RANCHLAND – David Kimball Anderson
Opening Reception October 4th 4 – 6pm
October 3rd – November 3rd
The Great Highway Gallery is pleased to announce its fall exhibition Ranchland, featuring work by Santa Cruz–based sculptor David Kimball Anderson.
In North Central Montana, where the annual rainfall is twelve inches, the cow to grazing acreage ratio required to properly raise cattle is forty acres per head. Although this ratio will vary depending on annual rainfall and native grasses, ranchland is vast by necessity.
Cattle walk miles for water. The utility of wind or solar pump and cistern is critical. The location of each is determined by the availability of ground water and not necessarily by convenience of access. These steel and concrete oases, singular places of gathering and relief, are distant outposts/destinations, strikingly visible in the expanse of sky and grass.
Another point of gathering on ranchland is the combined meeting place for roundup and animal husbandry where branding, vaccination, etc. and loading for market occur. During a less active season this might be the place of winter feeding or shelter.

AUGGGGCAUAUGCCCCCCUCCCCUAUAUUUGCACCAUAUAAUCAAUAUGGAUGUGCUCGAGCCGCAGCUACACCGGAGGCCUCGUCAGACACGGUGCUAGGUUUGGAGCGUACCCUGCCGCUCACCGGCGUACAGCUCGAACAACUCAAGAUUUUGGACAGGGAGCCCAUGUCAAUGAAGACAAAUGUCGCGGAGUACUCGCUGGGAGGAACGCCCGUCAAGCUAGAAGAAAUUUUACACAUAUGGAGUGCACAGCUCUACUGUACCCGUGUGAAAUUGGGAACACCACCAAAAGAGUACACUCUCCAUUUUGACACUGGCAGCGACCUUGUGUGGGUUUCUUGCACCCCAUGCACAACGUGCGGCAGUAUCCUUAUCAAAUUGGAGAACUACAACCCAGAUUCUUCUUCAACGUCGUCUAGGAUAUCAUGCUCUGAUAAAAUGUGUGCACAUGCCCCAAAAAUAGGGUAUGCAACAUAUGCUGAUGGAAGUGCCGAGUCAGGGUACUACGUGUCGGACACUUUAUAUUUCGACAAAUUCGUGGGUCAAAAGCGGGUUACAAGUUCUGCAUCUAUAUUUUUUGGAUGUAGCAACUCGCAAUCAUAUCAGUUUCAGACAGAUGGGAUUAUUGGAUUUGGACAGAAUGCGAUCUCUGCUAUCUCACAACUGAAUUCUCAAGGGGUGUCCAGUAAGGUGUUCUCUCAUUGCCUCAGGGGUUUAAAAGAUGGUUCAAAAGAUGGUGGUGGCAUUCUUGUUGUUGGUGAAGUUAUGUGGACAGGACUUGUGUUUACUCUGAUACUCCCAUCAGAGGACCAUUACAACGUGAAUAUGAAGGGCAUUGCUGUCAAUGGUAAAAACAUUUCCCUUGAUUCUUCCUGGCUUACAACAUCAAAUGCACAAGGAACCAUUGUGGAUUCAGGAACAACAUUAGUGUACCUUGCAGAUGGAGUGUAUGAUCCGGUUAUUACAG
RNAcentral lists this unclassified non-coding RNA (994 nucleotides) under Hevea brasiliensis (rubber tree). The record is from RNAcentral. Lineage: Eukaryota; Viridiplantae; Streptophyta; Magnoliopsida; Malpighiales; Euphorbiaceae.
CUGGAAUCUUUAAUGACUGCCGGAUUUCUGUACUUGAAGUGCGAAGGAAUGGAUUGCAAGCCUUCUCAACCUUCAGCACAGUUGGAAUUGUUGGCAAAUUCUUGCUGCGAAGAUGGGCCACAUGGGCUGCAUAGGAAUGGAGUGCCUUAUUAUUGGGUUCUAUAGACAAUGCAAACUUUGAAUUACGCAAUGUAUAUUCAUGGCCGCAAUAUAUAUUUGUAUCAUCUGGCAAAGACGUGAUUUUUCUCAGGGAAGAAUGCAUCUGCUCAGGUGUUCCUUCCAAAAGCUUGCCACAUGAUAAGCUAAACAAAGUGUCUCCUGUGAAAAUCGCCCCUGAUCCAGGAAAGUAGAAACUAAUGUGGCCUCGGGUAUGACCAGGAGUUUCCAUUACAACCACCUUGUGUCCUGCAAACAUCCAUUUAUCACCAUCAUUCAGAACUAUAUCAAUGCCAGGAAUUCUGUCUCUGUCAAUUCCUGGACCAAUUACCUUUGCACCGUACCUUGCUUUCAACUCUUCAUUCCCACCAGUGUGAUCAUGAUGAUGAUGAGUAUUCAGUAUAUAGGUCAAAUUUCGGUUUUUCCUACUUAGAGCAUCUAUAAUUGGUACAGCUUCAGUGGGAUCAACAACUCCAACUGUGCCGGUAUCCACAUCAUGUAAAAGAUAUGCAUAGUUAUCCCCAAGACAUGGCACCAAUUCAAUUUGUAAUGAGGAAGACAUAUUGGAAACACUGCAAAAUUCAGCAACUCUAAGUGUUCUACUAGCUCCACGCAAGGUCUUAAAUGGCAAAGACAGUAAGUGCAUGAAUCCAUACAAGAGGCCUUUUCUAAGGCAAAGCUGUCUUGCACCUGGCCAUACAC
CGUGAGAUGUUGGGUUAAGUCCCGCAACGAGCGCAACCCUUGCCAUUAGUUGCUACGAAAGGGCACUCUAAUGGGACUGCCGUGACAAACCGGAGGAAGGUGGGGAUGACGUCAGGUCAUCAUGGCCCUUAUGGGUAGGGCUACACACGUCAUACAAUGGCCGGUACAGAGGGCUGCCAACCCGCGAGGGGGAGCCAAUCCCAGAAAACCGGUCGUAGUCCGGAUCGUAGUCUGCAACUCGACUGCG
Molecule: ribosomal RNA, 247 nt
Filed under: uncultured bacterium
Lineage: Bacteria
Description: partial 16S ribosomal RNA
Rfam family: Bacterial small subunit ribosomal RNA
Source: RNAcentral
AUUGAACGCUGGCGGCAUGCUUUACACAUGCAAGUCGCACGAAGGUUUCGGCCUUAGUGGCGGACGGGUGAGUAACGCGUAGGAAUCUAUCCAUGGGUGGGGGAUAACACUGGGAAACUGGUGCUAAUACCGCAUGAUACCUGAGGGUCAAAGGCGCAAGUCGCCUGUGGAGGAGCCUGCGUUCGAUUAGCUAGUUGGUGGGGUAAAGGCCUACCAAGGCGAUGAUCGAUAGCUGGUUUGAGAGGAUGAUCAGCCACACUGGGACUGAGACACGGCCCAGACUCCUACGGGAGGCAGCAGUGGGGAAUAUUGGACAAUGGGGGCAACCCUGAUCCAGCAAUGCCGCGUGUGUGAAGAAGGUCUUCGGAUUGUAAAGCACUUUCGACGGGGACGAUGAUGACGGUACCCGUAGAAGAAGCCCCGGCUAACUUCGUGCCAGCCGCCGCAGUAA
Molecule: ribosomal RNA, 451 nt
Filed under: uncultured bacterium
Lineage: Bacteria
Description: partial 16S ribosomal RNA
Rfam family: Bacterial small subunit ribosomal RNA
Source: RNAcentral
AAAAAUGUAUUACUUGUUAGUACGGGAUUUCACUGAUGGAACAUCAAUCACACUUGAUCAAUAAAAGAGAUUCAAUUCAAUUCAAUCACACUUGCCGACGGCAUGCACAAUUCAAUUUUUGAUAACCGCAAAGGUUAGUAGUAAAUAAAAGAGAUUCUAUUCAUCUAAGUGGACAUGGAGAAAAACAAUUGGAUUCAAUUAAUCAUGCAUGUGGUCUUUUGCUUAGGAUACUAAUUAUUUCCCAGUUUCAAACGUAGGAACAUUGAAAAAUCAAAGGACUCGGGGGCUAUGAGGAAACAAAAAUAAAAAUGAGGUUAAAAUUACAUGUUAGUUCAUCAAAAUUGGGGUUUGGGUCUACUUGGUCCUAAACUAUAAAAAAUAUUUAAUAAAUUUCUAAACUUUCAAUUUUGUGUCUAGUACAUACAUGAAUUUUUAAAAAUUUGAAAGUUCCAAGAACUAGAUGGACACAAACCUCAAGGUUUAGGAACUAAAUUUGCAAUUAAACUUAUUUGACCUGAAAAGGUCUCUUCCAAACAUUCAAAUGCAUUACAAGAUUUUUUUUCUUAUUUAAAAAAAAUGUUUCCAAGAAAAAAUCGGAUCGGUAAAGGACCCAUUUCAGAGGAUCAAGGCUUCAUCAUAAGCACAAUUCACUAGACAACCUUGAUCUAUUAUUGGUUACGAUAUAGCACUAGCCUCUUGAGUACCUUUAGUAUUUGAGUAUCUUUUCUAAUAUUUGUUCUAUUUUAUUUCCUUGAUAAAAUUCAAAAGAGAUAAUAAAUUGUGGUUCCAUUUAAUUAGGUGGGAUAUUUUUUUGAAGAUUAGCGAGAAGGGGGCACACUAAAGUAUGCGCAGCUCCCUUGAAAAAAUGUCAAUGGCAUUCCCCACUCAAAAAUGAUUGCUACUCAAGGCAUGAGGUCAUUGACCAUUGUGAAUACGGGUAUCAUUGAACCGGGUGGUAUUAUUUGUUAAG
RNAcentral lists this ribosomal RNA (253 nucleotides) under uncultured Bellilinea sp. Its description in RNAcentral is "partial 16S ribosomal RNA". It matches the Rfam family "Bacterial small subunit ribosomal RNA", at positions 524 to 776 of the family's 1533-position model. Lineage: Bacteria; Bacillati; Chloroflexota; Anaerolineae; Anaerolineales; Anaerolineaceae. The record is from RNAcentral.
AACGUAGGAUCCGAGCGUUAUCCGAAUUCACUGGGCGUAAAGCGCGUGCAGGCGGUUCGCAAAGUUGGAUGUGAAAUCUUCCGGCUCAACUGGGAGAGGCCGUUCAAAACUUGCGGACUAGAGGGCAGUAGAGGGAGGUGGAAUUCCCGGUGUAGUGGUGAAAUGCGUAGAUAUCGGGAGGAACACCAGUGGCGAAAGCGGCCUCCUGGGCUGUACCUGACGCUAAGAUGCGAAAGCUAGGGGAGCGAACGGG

These points in the landscape, the oases and the roundup and maintenance utilities, have distinct visual characteristics. They are where fences meet, where chutes are constructed and makeshift shelters house hay and tack. There may be a small camp trailer in the tight cluster. An old refrigerator on its back without its door may be in use as a feeding or watering trough. Rolls of fencing and stacks of fence posts add to the density of point in landscape. The oases more than likely will include a tree or clusters of Chamisa or scrub oak. Thanks to the overspill from the cistern and abundance of cattle manure the oases are generally plant-rich. Bees are frequent visitors. (A naked dip in clear cold water in a remote stone cistern on a very hot summer day is bliss.)
I travel alone in the west frequently. I drive through many different ranchlands: dry and sandy Navajo; New Mexico with little more than Snakeweed for miles; Colorado highlands with knee-deep green grass and wildflowers; and Idaho where sunflowers are so abundant and rich it is nearly impossible to absorb the intensity of color. I stop at abandoned and active oases and utility camps. I record the structures. In the studio I build the structures.
We are very excited to present the new works of David Kimball Anderson. We will have more information soon. Visit David’s website to learn more about the artist.